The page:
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Meet Jiggy Yoon of Vulnerability Is Dope

Today we’d like to introduce you to Jiggy Yoon.

Jiggy, before we jump into specific questions about your work, why don’t you give us some details about you and your story.
I was born in Seoul, South Korea where I was raised in a very traditional Korean family. As expressing thoughts and speaking up were frowned upon in the culture, I was always forced to focus solely on my studies. I could never have the opportunity to experience my emotions or explore the root causes. As a result, I lacked an immense level of emotional intelligence and self-awareness growing up, leading me to battle depression and suicidal thoughts all throughout life.

I moved to the States when I was ten years old without knowing any English. I actually learned a lot of English through watching ‘Friends’ and writing rap lyrics. Throughout this chapter, learning this new language helped me finally discover an identity that I could connect with, as “gay” was not a part of the vocabulary in Korea at the time. I ‘came out’ at 13 years old, which is also when I began to experience the challenges of homophobia from friends, family, and society.

In 2010, my high school senior year, I had to live alone in my Queens apartment for some time due to family-related circumstances. This is when I learned how to take care of myself, all the while excelling at the rest of my school endeavors. I discovered later that, during this time, my mother suffered a heart attack during her travels and had gone through emergency surgery. Just when my mom had moved back to New York and I was confident in being able to take care of her, a five alarm fire ruined our apartment building, and we lost ALL of our possessions within one hour. Since then, I had lived between two shelters, a Days Inn, a studio apartment in the hood of Brooklyn, and strangers’ basements with no windows. My college dorm rooms became my new home. Through this chapter, I was grocery shopping at the dollar store and had only just a microwave to make food. Living in those basements were some really dark times for me.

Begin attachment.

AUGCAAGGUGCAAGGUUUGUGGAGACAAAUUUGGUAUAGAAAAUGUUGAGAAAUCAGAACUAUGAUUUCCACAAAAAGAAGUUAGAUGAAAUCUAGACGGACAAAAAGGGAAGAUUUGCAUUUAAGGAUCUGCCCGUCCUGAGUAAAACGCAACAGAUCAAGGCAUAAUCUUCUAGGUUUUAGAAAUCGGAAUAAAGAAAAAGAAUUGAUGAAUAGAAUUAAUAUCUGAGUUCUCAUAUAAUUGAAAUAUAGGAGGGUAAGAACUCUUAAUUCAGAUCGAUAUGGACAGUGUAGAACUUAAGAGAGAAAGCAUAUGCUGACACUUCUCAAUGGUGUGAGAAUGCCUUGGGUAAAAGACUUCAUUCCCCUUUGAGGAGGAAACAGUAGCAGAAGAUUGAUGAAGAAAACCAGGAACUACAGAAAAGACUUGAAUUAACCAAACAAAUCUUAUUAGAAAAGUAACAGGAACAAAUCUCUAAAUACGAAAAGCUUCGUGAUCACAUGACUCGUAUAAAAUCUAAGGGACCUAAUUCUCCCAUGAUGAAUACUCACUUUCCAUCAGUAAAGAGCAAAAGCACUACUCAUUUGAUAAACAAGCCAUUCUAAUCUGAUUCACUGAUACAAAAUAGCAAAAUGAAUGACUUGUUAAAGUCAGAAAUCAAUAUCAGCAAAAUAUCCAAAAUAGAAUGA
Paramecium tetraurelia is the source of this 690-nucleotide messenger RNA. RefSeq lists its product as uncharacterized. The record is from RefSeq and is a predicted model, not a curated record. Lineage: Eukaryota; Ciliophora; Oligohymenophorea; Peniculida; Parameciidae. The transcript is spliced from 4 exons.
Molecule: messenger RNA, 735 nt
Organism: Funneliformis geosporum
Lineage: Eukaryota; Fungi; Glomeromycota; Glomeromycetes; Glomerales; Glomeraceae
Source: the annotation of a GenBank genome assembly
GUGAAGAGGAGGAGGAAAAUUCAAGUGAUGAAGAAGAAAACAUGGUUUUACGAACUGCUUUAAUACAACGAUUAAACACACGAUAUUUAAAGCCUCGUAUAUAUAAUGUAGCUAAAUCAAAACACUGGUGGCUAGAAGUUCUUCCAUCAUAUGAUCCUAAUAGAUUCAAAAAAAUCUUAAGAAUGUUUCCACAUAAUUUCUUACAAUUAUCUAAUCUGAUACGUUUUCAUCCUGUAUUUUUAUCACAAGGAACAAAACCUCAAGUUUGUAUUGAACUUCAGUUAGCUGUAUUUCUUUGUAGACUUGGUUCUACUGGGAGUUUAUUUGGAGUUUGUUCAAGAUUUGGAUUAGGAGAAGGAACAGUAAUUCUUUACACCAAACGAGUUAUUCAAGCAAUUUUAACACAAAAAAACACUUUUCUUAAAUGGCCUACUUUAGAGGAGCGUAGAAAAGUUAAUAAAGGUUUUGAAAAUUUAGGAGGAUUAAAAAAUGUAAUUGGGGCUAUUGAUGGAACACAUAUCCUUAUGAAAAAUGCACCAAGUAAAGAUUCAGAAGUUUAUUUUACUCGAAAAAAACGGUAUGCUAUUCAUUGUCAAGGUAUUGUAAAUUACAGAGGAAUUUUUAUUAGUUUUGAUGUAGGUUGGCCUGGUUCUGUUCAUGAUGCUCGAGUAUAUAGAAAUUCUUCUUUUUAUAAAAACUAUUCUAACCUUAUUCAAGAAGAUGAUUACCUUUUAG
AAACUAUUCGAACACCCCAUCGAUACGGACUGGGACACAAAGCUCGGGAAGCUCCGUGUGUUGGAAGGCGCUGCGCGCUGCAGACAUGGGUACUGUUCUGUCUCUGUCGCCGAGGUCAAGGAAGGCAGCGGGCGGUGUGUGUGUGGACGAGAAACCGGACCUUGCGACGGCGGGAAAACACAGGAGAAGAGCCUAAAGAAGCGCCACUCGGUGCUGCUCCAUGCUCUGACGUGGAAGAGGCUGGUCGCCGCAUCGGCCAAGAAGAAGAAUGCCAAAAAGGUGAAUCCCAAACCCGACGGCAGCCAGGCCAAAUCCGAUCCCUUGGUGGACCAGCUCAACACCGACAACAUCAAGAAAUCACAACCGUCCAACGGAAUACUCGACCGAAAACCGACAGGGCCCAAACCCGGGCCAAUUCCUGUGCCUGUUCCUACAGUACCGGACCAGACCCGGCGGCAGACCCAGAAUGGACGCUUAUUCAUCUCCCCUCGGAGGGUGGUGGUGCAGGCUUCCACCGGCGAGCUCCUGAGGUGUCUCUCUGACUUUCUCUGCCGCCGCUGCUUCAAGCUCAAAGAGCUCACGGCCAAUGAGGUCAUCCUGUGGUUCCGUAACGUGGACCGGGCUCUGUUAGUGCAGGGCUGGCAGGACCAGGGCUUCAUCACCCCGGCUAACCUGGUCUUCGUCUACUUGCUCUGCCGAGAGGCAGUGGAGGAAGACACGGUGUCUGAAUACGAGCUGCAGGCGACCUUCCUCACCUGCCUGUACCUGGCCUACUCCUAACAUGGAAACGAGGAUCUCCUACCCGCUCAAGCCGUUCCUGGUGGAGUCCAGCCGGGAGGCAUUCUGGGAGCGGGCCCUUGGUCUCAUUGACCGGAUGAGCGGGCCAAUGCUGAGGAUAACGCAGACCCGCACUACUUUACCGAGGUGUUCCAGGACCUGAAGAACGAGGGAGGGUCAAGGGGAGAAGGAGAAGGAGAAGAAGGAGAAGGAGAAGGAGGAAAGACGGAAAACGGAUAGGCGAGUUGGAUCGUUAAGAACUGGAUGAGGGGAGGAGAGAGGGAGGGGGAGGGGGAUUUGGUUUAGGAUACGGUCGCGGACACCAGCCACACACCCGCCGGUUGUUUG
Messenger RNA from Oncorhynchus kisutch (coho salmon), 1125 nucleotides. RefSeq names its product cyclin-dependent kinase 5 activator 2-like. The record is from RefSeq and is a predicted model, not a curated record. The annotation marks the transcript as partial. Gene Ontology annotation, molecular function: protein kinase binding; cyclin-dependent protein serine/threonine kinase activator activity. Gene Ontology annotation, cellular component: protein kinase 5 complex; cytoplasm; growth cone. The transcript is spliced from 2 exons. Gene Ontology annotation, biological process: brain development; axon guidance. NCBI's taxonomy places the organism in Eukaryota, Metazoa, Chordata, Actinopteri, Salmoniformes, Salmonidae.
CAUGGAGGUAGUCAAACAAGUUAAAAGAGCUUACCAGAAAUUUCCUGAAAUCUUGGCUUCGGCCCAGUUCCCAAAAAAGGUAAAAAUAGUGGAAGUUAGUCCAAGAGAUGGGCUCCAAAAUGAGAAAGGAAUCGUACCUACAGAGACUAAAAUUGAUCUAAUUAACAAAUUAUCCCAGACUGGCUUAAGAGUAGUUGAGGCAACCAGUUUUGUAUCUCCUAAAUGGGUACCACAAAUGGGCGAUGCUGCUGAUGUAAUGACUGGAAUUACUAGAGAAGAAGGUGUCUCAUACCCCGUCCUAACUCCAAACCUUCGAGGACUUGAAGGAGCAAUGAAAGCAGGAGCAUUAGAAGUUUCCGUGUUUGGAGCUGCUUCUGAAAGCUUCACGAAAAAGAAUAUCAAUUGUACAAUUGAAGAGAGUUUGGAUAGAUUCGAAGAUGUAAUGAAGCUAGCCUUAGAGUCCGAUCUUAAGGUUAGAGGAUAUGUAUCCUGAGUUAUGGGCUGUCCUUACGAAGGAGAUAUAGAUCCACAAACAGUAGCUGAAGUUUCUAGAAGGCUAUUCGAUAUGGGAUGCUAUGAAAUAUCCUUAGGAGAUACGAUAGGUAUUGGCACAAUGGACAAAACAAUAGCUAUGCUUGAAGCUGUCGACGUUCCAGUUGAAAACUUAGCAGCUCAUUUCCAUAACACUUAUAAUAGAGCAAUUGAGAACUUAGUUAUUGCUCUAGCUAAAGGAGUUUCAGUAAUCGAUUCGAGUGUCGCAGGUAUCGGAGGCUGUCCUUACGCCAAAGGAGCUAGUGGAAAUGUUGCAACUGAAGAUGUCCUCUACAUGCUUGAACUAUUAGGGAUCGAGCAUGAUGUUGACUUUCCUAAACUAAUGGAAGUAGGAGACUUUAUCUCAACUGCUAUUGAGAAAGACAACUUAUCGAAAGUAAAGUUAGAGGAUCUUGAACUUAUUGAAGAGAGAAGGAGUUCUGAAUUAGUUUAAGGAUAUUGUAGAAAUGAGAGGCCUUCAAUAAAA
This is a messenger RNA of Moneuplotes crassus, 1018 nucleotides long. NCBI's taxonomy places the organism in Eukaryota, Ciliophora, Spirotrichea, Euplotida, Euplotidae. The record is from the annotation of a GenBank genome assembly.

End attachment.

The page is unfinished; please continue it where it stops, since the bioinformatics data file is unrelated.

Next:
A couple of months after the fire incident was when my college-life began, and Freshman year was when I was diagnosed with my chronic illness — Type 1 Diabetes. Shortly after that was when I found out my mother was diagnosed with cancer. With my depression and tendencies, I attempted suicide using my diabetes supplies in my dorm room my Sophomore year.

I attended Penn State University where I accidentally/coincidentally began my journey exploring the power of vulnerability, self-awareness, and empathy through a gen-ed class. This class taught me how to journal, meditate, feel, connect, hold space for compassion, to facilitate dialogues, and guide truth-speaking. This class was truly the beginning of it all. Self-development is a forever-work, but this is what ignited my journey. If it wasn’t for this class and for the Professor, I really wouldn’t be where I’m at today.

In 2013, my mother passed away from cancer. On the day of the funeral, I attended the service, then hopped on the Megabus to make my way right back to Penn State. Taking time off of school was not even an option that came to my mind — graduating would be the best way to honor my mother. This was what my mother taught me — perseverance. At this time, I was numb and didn’t know how to ask for help, where to look for help, or what kind of help I even needed. This is when I had entered the new level of healing and self-discovery, and was forced to start utilizing everything I learned in the gen-ed class.